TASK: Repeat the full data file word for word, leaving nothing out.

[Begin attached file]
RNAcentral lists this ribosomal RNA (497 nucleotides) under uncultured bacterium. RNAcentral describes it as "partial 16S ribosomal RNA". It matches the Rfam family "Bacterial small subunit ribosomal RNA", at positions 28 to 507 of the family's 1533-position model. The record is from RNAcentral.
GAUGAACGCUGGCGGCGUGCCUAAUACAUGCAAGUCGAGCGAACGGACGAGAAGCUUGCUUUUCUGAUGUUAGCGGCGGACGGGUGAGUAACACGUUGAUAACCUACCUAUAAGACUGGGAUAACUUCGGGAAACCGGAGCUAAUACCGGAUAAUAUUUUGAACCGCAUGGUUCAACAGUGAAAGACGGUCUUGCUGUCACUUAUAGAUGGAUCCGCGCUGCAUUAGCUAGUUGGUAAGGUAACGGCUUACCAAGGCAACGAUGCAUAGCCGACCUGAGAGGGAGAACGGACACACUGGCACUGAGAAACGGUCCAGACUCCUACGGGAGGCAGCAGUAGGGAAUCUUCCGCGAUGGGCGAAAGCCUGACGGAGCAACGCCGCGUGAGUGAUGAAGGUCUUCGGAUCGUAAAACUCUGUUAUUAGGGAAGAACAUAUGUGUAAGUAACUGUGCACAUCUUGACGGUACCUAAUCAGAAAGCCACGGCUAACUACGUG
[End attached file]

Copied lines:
RNAcentral lists this ribosomal RNA (497 nucleotides) under uncultured bacterium. RNAcentral describes it as "partial 16S ribosomal RNA". It matches the Rfam family "Bacterial small subunit ribosomal RNA", at positions 28 to 507 of the family's 1533-position model. The record is from RNAcentral.
GAUGAACGCUGGCGGCGUGCCUAAUACAUGCAAGUCGAGCGAACGGACGAGAAGCUUGCUUUUCUGAUGUUAGCGGCGGACGGGUGAGUAACACGUUGAUAACCUACCUAUAAGACUGGGAUAACUUCGGGAAACCGGAGCUAAUACCGGAUAAUAUUUUGAACCGCAUGGUUCAACAGUGAAAGACGGUCUUGCUGUCACUUAUAGAUGGAUCCGCGCUGCAUUAGCUAGUUGGUAAGGUAACGGCUUACCAAGGCAACGAUGCAUAGCCGACCUGAGAGGGAGAACGGACACACUGGCACUGAGAAACGGUCCAGACUCCUACGGGAGGCAGCAGUAGGGAAUCUUCCGCGAUGGGCGAAAGCCUGACGGAGCAACGCCGCGUGAGUGAUGAAGGUCUUCGGAUCGUAAAACUCUGUUAUUAGGGAAGAACAUAUGUGUAAGUAACUGUGCACAUCUUGACGGUACCUAAUCAGAAAGCCACGGCUAACUACGUG